In 1906 Louis Joy filed for 160 acres under the Desert Land Act of 1877 on the south side of Phelps Lake. After making the necessary improvements and receiving a patent for the land, he filed a cash entry on an adjacent 119 acre homestead. Only a year later, in 1908, the ranch hosted the first five dudes in the Jackson Hole valley. All five were friends or acquaintances of a young man from Philadelphia with a degree from Princeton University. Maxwell Struthers Burt came from a wealthy family in Philadelphia and had a very different upbringing than Louis Joy. Joy had been born and raised in the East, but he moved to a large ranch in the Southwest when he turned 18. There he learned the ranch skills of a cowboy, foreman, cook and guide. Between Burt’s wealthy connections in the east and Joy’s knowledge and ranching skills it seemed they had formed the perfect partnership. Over the next three years, however, the men shared a strained relationship at the JY. Initially promised a five-year option to buy a half-interest in the ranch, it soon became clear to Burt that this would not come to fruition. In 1911, frustrated and feeling used for this social contacts, Burt split from Louis Joy and the JY Ranch with the intention of starting off on his own.
Fortunately for Joy, Burt’s departure did not affect business at the ranch. He had already established a solid base of seasonal dudes and could do without his former partner’s contacts. Running the ranch on his own proved to be a daunting task and in 1916 Joy leased the ranch to Henry S. A. Stewart, who was from Pittsburg. By 1920 Stewart had purchased the ranch from Joy and expanded his land holdings with adjacent parcels in order to begin raising cattle. By 1927, Stewart had grown the JY to become the largest dude ranch in the valley. The ranch could host up to 65 dudes at a time, which was quite a feat considering most could only handle 10-20. Rates were $65.00 per week, with meals, lodging, boats and saddle horses included. With such a prime location at the base of Phelp’s Lake, the JY could offer a large variety of activities. These included swimming, fishing, boating, mountain climbing, horseback riding, hunting and camping.
Stewart proved to be a shrewd businessman and able ranch owner, and offered unusual comforts for the valley. He purchased a second nearby ranch in order to supply the JY with fresh garden vegetables, dairy and beef. Beef was the valley’s prime export, most locals ate meats like Elk rather than their only source of income. To be able to offer his dudes fresh beef was considered a luxury found nowhere else in the valley. Another specialty that began at the JY was private motor tours of the Jackson Hole valley and Yellowstone National Park. For an extra $50.00 dudes could be driven to some of the most well-known natural sites and geysers in the country. The JY was nothing if not self-sufficient. Stewart also operated a general store that sold fishing licenses, camping clothes, tobacco, candy, cigarettes and medicine. This was exceedingly rare for a dude ranch, and the JY was the only dude ranch in the valley to operate such a convenience.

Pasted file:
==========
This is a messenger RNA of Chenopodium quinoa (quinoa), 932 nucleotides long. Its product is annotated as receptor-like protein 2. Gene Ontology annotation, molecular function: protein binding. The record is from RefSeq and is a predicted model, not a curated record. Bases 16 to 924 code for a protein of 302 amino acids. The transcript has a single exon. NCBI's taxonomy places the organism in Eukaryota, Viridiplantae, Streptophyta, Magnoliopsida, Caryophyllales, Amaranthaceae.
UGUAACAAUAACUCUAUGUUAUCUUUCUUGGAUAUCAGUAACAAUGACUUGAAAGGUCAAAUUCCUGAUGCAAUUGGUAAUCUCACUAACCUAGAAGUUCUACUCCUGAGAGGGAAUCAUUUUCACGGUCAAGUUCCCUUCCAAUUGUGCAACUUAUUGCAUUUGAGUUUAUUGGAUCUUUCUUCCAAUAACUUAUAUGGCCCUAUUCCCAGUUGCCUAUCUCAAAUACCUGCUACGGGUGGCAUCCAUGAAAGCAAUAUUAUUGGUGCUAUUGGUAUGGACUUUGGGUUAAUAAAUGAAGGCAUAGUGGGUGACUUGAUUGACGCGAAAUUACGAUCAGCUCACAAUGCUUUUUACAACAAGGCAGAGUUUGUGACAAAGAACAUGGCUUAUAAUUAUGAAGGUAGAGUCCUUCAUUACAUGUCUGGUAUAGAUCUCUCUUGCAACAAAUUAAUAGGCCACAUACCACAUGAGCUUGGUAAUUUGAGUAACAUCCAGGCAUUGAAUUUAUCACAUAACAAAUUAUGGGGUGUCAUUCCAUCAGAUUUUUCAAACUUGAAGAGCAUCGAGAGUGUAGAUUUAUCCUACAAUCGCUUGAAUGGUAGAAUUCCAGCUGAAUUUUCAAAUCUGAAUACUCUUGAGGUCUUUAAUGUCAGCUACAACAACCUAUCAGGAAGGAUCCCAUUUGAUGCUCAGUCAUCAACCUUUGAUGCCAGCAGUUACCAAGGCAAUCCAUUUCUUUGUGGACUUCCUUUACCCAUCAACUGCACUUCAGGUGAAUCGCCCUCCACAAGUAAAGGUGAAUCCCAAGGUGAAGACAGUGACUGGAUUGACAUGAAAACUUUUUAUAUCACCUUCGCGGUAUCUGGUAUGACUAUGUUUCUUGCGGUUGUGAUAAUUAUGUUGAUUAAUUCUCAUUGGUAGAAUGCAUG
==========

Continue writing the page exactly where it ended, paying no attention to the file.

Stewart once again proved his ability to keep the ranch running in top shape during the depression of the 1930s. He raised rates to $75.00 a week and lowered capacity. Most other ranches in the valley were cutting their rates in half and hosting well under their normal capacities. This plan kept the JY afloat during the economic hardships, but Stewart chose to sell the ranch to the Snake River Land Company in 1932 for $49,000. The listing included a farm, a homestead and 20 dude cabins. The ranch would continue to survive under private ownership with John D. Rockefeller and his family.
Over the next several decades, the Rockefellers would continue to visit the valley and kept this ranch as their summer retreat. They eventually donated portions of the vast lands Stewart had amassed to the Grand Teton National Park. In 2001 the last parcel was handed over to the National Park Service, the donations totaling more than 3,000 acres. In 2008 the Laurence S. Rockefeller Preserve was opened to the public for continued enjoyment of the natural areas the Rockefellers had kept private for the last 76 years. The original ranch buildings have been moved to different locations, some were given to the Grand Teton National Park and are still in use today. The rest were moved to the Rockefellers’ private ranch that is located outside of the park boundaries.
The JY was the first and the largest ranch in the Jackson Hole valley. The success of the JY would open the door for all of the other dude ranches that were created over the next few years. The Bar BC, created by Louis Joy’s former partner, Struthers Burt would be directly responsible for the creation of no less than 12 other ranches and homesteads. Louis Joy and the JY Ranch would be responsible for a movement that would later define Jackson Hole and create one of the best-known valleys for dude ranching.
Text by Samantha Ford, Director of Historical Research and Outreach